Tuesday, March 28, 2006

The SEC's Keystone Kops (redux)

The Keystone Kops at the Securities and Exchange Commission (pictured at left during a recent open meeting) have again proven that they are adept at running in circles, or chasing the good guys while the bad guys stand around, laughing.

The laughter in this instance comes from a wide asssortment of individuals who hate tough financial reporting. I'm sure that when they read the New York Post article today, indicating that the SEC was probing contacts between Gradient Analytics and eight financial journalists, they were mighty pleased that SEC resources were being wasted in such an idiotic manner.

This is the latest chapter in a long-running, increasingly surreal battle between the aforementioned research firm and two companies, Overstock and Biovail, that don't cotton to criticism very much. Overstock is run by a joker who blames his money-losing company's travails on mysterious (and nonexisistent) "malefactors," and Biovail is a mediocre drug company that also is going the "victim" route.

These bozos have gotten the SEC enthralled. Why am I not surprised?

As I explored in a New York Times op-ed piece on Saturday, the SEC does an excellent job of slapping meaningless fines on large firms -- most recently Bear Stearns -- when they are caught in some kind of alleged (no admission of guilt is usually sought) impropriety. They also have systematically ignored massive microcap fraud, as I explore in my book.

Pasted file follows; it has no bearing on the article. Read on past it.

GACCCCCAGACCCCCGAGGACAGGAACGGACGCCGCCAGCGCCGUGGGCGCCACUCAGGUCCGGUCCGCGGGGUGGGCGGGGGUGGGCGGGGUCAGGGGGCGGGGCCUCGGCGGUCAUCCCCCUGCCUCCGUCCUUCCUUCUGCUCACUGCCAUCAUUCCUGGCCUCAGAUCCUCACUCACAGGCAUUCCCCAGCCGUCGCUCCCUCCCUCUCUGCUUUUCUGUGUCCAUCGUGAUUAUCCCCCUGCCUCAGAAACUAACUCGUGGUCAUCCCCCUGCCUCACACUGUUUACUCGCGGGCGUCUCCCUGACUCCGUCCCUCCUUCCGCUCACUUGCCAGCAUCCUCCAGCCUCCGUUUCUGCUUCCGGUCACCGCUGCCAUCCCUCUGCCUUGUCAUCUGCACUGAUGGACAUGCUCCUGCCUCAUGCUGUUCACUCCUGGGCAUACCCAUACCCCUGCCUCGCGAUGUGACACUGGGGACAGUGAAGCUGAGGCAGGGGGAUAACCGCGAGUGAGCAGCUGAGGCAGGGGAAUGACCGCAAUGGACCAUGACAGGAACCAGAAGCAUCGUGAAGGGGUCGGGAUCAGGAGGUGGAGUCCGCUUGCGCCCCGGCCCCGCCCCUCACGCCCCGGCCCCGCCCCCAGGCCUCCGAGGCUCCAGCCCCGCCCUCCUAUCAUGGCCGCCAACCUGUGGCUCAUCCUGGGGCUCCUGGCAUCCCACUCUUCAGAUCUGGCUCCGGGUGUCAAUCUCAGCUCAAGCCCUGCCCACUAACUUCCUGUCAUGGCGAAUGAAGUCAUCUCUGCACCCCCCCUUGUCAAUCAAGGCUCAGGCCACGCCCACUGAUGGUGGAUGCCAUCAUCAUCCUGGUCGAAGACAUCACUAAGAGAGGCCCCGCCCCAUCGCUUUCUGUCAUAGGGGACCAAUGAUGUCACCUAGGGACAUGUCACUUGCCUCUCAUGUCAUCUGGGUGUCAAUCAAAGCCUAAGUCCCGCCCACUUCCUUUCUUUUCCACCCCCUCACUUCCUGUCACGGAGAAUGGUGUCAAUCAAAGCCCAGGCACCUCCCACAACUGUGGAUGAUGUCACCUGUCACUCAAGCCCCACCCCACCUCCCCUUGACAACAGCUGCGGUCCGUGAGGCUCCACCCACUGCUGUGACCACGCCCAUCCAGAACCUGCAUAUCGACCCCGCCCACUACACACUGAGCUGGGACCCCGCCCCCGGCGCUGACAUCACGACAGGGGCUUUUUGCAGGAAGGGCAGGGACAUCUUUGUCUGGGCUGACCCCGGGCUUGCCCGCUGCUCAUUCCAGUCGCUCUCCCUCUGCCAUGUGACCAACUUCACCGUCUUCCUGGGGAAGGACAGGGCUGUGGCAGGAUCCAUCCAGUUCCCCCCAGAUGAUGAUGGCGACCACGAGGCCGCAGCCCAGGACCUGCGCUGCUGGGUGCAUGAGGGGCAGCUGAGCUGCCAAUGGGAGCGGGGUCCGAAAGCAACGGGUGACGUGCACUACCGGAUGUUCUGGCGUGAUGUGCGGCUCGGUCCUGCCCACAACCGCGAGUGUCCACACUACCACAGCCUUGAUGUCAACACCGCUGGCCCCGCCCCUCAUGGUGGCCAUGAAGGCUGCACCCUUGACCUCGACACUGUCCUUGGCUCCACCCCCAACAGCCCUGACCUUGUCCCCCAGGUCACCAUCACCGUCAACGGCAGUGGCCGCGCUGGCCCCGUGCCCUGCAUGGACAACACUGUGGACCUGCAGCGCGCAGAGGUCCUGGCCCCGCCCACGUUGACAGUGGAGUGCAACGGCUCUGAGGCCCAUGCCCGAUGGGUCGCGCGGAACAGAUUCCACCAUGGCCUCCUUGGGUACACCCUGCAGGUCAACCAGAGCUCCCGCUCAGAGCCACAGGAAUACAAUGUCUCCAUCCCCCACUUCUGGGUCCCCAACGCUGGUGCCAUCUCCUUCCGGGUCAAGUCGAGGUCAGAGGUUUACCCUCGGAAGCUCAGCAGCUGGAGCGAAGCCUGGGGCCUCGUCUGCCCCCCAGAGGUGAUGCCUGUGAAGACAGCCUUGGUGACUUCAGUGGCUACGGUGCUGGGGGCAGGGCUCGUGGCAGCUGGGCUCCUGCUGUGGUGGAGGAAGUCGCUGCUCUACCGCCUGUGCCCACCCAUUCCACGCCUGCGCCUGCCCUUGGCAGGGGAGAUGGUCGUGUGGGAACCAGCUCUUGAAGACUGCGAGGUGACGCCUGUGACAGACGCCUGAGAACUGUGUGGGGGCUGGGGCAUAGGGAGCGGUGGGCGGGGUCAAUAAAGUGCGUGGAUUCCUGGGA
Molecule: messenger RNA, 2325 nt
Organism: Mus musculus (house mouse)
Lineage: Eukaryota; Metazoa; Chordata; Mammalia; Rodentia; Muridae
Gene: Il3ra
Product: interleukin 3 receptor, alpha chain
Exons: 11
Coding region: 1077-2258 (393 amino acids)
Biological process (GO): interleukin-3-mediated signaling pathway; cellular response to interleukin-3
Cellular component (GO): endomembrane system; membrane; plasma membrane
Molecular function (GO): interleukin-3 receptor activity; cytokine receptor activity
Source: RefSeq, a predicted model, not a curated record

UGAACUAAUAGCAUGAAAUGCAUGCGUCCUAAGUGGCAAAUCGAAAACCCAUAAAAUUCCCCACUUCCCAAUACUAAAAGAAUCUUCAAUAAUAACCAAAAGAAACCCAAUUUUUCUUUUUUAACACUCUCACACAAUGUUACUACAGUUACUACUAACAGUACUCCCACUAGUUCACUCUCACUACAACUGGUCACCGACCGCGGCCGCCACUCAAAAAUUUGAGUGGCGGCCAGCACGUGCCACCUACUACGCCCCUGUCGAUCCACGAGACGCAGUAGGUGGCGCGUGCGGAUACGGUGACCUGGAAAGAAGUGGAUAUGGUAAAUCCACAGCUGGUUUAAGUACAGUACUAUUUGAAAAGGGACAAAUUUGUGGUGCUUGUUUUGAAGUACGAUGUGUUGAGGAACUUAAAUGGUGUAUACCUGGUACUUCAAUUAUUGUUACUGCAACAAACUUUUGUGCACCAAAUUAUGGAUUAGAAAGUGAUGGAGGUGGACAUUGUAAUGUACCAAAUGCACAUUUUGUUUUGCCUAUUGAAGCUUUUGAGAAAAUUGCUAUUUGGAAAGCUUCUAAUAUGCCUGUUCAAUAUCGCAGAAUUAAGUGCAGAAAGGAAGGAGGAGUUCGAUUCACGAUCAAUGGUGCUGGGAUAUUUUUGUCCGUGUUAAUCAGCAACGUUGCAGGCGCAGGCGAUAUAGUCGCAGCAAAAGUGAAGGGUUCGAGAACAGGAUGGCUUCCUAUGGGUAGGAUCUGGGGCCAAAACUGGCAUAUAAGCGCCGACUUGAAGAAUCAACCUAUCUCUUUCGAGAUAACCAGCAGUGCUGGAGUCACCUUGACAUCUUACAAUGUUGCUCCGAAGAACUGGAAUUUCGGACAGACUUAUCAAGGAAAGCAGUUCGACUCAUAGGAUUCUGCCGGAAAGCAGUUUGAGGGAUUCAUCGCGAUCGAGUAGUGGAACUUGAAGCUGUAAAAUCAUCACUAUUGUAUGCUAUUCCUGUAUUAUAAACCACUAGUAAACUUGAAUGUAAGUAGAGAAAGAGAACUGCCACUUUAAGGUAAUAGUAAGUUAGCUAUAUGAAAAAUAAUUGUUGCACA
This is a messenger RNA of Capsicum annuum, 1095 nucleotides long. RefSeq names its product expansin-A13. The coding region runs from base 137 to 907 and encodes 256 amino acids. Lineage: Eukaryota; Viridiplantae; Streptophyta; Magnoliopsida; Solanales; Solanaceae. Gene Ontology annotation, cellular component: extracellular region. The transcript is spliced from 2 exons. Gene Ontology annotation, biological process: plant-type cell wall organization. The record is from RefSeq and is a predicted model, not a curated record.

So it stands to reason that, being singularly ineffective at punishing real transgressions, the SEC would do an outstanding job of wasting its time. Thus the current witch hunt against the handful of journalists who engage in tough financial journalism.

If the very hard-working and poorly managed folks at SEC wants to see who they are pleasing, I'd suggest that they head on over to a crackpot website called "thesanitycheck.com," where this witch hunt is currently being celebrated. This website, which is financed by unknown persons and run by a full-time scam artist who carefully guards his identity, has one purpose and one purpose only: to serve the interests of stock fraud. Its unknown, anonymous benefactors want to delude investors into believing that stocks of scummy companies decline because of "them" -- a nonexistent conspiracy -- and not the fact that they are scummy companies.

These kooks and criminals are happy. The rest of us should be sad.


Wall Street Versus America will be published by Penguin USA on April 6.
Click here for its Amazon.com listing and here for more information on the book, from my web site.

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